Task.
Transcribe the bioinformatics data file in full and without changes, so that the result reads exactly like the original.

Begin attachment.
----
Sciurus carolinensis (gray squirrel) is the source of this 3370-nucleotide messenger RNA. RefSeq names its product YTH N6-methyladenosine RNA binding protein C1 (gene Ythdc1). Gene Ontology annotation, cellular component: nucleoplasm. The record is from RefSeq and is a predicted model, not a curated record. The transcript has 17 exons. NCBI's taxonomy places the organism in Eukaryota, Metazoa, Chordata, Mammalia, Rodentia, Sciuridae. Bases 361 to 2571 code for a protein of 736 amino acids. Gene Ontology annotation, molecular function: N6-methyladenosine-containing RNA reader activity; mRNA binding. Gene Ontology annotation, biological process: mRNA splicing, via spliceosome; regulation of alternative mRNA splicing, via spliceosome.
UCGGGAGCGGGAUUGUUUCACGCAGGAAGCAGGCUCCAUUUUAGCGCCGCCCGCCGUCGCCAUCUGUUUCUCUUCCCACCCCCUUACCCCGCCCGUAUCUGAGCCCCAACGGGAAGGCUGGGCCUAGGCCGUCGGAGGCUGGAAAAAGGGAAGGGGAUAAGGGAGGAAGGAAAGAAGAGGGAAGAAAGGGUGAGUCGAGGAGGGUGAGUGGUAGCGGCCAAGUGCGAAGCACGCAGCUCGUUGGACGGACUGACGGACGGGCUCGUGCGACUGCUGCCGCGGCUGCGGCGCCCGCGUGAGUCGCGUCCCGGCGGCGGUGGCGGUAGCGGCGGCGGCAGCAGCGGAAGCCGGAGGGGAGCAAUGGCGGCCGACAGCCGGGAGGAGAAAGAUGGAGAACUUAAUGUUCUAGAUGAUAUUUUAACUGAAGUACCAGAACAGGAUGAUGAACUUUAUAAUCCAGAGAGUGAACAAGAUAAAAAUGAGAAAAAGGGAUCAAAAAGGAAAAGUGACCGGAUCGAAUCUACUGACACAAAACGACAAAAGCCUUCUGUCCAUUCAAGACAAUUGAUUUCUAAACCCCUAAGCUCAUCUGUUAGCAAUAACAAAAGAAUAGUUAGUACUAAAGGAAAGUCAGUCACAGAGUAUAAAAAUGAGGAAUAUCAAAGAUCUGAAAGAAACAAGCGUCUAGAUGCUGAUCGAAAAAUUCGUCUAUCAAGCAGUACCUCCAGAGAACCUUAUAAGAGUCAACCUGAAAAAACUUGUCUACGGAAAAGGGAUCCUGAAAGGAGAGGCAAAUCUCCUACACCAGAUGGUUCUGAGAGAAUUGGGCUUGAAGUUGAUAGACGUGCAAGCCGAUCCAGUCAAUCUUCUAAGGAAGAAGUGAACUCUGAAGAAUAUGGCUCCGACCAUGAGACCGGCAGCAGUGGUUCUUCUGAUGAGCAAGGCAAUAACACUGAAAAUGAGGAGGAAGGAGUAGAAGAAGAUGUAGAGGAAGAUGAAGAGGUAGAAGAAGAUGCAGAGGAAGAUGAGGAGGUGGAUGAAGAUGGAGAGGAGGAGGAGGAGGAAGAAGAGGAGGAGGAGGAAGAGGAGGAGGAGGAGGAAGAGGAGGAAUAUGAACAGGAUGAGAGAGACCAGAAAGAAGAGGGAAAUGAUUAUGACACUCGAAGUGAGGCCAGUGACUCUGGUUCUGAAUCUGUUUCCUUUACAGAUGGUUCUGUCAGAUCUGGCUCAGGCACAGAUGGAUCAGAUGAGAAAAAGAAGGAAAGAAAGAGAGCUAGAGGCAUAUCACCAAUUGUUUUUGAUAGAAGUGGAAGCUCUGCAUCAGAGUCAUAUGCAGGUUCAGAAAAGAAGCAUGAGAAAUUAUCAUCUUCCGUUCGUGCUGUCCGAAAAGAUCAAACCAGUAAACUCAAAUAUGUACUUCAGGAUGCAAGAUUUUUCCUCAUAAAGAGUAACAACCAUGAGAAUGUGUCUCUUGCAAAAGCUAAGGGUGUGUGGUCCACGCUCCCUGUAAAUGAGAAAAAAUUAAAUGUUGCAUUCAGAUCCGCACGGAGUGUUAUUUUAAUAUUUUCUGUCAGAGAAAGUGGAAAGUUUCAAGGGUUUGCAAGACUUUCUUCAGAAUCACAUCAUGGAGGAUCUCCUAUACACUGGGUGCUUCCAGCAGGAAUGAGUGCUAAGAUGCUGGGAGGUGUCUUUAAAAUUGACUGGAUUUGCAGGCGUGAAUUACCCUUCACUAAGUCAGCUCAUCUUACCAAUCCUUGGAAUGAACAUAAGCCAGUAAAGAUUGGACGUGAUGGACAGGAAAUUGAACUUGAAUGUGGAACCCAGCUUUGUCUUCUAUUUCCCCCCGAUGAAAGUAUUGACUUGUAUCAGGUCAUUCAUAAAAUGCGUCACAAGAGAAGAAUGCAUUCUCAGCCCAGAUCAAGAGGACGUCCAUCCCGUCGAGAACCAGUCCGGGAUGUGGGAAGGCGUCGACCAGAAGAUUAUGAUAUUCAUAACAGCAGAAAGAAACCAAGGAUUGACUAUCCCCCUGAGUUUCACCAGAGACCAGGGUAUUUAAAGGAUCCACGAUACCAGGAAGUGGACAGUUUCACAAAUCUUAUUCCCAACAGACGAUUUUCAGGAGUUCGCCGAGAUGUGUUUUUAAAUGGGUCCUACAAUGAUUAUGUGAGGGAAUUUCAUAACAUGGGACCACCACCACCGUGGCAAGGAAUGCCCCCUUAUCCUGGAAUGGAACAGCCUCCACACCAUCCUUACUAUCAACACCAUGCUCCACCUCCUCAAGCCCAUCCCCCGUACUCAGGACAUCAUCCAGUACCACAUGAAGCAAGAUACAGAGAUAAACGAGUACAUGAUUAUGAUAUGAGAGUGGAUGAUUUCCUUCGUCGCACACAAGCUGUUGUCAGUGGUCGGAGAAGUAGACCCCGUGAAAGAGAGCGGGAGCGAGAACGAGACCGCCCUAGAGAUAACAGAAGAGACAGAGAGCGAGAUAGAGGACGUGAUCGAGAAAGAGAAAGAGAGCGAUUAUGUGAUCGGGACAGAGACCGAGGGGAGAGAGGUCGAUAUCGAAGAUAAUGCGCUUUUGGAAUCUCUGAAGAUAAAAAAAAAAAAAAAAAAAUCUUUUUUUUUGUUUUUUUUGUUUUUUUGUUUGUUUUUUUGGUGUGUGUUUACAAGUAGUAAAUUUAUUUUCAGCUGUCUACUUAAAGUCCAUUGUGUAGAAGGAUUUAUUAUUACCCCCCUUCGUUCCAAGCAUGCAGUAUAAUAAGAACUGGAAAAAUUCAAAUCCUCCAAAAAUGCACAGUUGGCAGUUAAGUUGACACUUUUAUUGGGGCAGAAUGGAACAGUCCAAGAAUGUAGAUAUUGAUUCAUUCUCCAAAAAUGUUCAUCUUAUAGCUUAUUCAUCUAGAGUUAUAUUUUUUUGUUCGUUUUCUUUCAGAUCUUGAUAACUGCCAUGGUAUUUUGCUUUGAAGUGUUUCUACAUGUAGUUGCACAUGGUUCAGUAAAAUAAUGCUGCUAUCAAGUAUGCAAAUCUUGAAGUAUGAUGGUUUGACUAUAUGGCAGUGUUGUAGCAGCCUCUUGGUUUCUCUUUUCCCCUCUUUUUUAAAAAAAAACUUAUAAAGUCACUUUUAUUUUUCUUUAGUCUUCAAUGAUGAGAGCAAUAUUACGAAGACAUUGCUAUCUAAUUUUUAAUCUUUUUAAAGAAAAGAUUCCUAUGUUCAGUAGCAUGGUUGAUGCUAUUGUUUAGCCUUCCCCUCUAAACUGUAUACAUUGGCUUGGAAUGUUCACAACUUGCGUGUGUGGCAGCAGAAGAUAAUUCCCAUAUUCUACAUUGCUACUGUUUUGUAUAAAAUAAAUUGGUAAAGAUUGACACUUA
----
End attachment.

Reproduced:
Sciurus carolinensis (gray squirrel) is the source of this 3370-nucleotide messenger RNA. RefSeq names its product YTH N6-methyladenosine RNA binding protein C1 (gene Ythdc1). Gene Ontology annotation, cellular component: nucleoplasm. The record is from RefSeq and is a predicted model, not a curated record. The transcript has 17 exons. NCBI's taxonomy places the organism in Eukaryota, Metazoa, Chordata, Mammalia, Rodentia, Sciuridae. Bases 361 to 2571 code for a protein of 736 amino acids. Gene Ontology annotation, molecular function: N6-methyladenosine-containing RNA reader activity; mRNA binding. Gene Ontology annotation, biological process: mRNA splicing, via spliceosome; regulation of alternative mRNA splicing, via spliceosome.
UCGGGAGCGGGAUUGUUUCACGCAGGAAGCAGGCUCCAUUUUAGCGCCGCCCGCCGUCGCCAUCUGUUUCUCUUCCCACCCCCUUACCCCGCCCGUAUCUGAGCCCCAACGGGAAGGCUGGGCCUAGGCCGUCGGAGGCUGGAAAAAGGGAAGGGGAUAAGGGAGGAAGGAAAGAAGAGGGAAGAAAGGGUGAGUCGAGGAGGGUGAGUGGUAGCGGCCAAGUGCGAAGCACGCAGCUCGUUGGACGGACUGACGGACGGGCUCGUGCGACUGCUGCCGCGGCUGCGGCGCCCGCGUGAGUCGCGUCCCGGCGGCGGUGGCGGUAGCGGCGGCGGCAGCAGCGGAAGCCGGAGGGGAGCAAUGGCGGCCGACAGCCGGGAGGAGAAAGAUGGAGAACUUAAUGUUCUAGAUGAUAUUUUAACUGAAGUACCAGAACAGGAUGAUGAACUUUAUAAUCCAGAGAGUGAACAAGAUAAAAAUGAGAAAAAGGGAUCAAAAAGGAAAAGUGACCGGAUCGAAUCUACUGACACAAAACGACAAAAGCCUUCUGUCCAUUCAAGACAAUUGAUUUCUAAACCCCUAAGCUCAUCUGUUAGCAAUAACAAAAGAAUAGUUAGUACUAAAGGAAAGUCAGUCACAGAGUAUAAAAAUGAGGAAUAUCAAAGAUCUGAAAGAAACAAGCGUCUAGAUGCUGAUCGAAAAAUUCGUCUAUCAAGCAGUACCUCCAGAGAACCUUAUAAGAGUCAACCUGAAAAAACUUGUCUACGGAAAAGGGAUCCUGAAAGGAGAGGCAAAUCUCCUACACCAGAUGGUUCUGAGAGAAUUGGGCUUGAAGUUGAUAGACGUGCAAGCCGAUCCAGUCAAUCUUCUAAGGAAGAAGUGAACUCUGAAGAAUAUGGCUCCGACCAUGAGACCGGCAGCAGUGGUUCUUCUGAUGAGCAAGGCAAUAACACUGAAAAUGAGGAGGAAGGAGUAGAAGAAGAUGUAGAGGAAGAUGAAGAGGUAGAAGAAGAUGCAGAGGAAGAUGAGGAGGUGGAUGAAGAUGGAGAGGAGGAGGAGGAGGAAGAAGAGGAGGAGGAGGAAGAGGAGGAGGAGGAGGAAGAGGAGGAAUAUGAACAGGAUGAGAGAGACCAGAAAGAAGAGGGAAAUGAUUAUGACACUCGAAGUGAGGCCAGUGACUCUGGUUCUGAAUCUGUUUCCUUUACAGAUGGUUCUGUCAGAUCUGGCUCAGGCACAGAUGGAUCAGAUGAGAAAAAGAAGGAAAGAAAGAGAGCUAGAGGCAUAUCACCAAUUGUUUUUGAUAGAAGUGGAAGCUCUGCAUCAGAGUCAUAUGCAGGUUCAGAAAAGAAGCAUGAGAAAUUAUCAUCUUCCGUUCGUGCUGUCCGAAAAGAUCAAACCAGUAAACUCAAAUAUGUACUUCAGGAUGCAAGAUUUUUCCUCAUAAAGAGUAACAACCAUGAGAAUGUGUCUCUUGCAAAAGCUAAGGGUGUGUGGUCCACGCUCCCUGUAAAUGAGAAAAAAUUAAAUGUUGCAUUCAGAUCCGCACGGAGUGUUAUUUUAAUAUUUUCUGUCAGAGAAAGUGGAAAGUUUCAAGGGUUUGCAAGACUUUCUUCAGAAUCACAUCAUGGAGGAUCUCCUAUACACUGGGUGCUUCCAGCAGGAAUGAGUGCUAAGAUGCUGGGAGGUGUCUUUAAAAUUGACUGGAUUUGCAGGCGUGAAUUACCCUUCACUAAGUCAGCUCAUCUUACCAAUCCUUGGAAUGAACAUAAGCCAGUAAAGAUUGGACGUGAUGGACAGGAAAUUGAACUUGAAUGUGGAACCCAGCUUUGUCUUCUAUUUCCCCCCGAUGAAAGUAUUGACUUGUAUCAGGUCAUUCAUAAAAUGCGUCACAAGAGAAGAAUGCAUUCUCAGCCCAGAUCAAGAGGACGUCCAUCCCGUCGAGAACCAGUCCGGGAUGUGGGAAGGCGUCGACCAGAAGAUUAUGAUAUUCAUAACAGCAGAAAGAAACCAAGGAUUGACUAUCCCCCUGAGUUUCACCAGAGACCAGGGUAUUUAAAGGAUCCACGAUACCAGGAAGUGGACAGUUUCACAAAUCUUAUUCCCAACAGACGAUUUUCAGGAGUUCGCCGAGAUGUGUUUUUAAAUGGGUCCUACAAUGAUUAUGUGAGGGAAUUUCAUAACAUGGGACCACCACCACCGUGGCAAGGAAUGCCCCCUUAUCCUGGAAUGGAACAGCCUCCACACCAUCCUUACUAUCAACACCAUGCUCCACCUCCUCAAGCCCAUCCCCCGUACUCAGGACAUCAUCCAGUACCACAUGAAGCAAGAUACAGAGAUAAACGAGUACAUGAUUAUGAUAUGAGAGUGGAUGAUUUCCUUCGUCGCACACAAGCUGUUGUCAGUGGUCGGAGAAGUAGACCCCGUGAAAGAGAGCGGGAGCGAGAACGAGACCGCCCUAGAGAUAACAGAAGAGACAGAGAGCGAGAUAGAGGACGUGAUCGAGAAAGAGAAAGAGAGCGAUUAUGUGAUCGGGACAGAGACCGAGGGGAGAGAGGUCGAUAUCGAAGAUAAUGCGCUUUUGGAAUCUCUGAAGAUAAAAAAAAAAAAAAAAAAAUCUUUUUUUUUGUUUUUUUUGUUUUUUUGUUUGUUUUUUUGGUGUGUGUUUACAAGUAGUAAAUUUAUUUUCAGCUGUCUACUUAAAGUCCAUUGUGUAGAAGGAUUUAUUAUUACCCCCCUUCGUUCCAAGCAUGCAGUAUAAUAAGAACUGGAAAAAUUCAAAUCCUCCAAAAAUGCACAGUUGGCAGUUAAGUUGACACUUUUAUUGGGGCAGAAUGGAACAGUCCAAGAAUGUAGAUAUUGAUUCAUUCUCCAAAAAUGUUCAUCUUAUAGCUUAUUCAUCUAGAGUUAUAUUUUUUUGUUCGUUUUCUUUCAGAUCUUGAUAACUGCCAUGGUAUUUUGCUUUGAAGUGUUUCUACAUGUAGUUGCACAUGGUUCAGUAAAAUAAUGCUGCUAUCAAGUAUGCAAAUCUUGAAGUAUGAUGGUUUGACUAUAUGGCAGUGUUGUAGCAGCCUCUUGGUUUCUCUUUUCCCCUCUUUUUUAAAAAAAAACUUAUAAAGUCACUUUUAUUUUUCUUUAGUCUUCAAUGAUGAGAGCAAUAUUACGAAGACAUUGCUAUCUAAUUUUUAAUCUUUUUAAAGAAAAGAUUCCUAUGUUCAGUAGCAUGGUUGAUGCUAUUGUUUAGCCUUCCCCUCUAAACUGUAUACAUUGGCUUGGAAUGUUCACAACUUGCGUGUGUGGCAGCAGAAGAUAAUUCCCAUAUUCUACAUUGCUACUGUUUUGUAUAAAAUAAAUUGGUAAAGAUUGACACUUA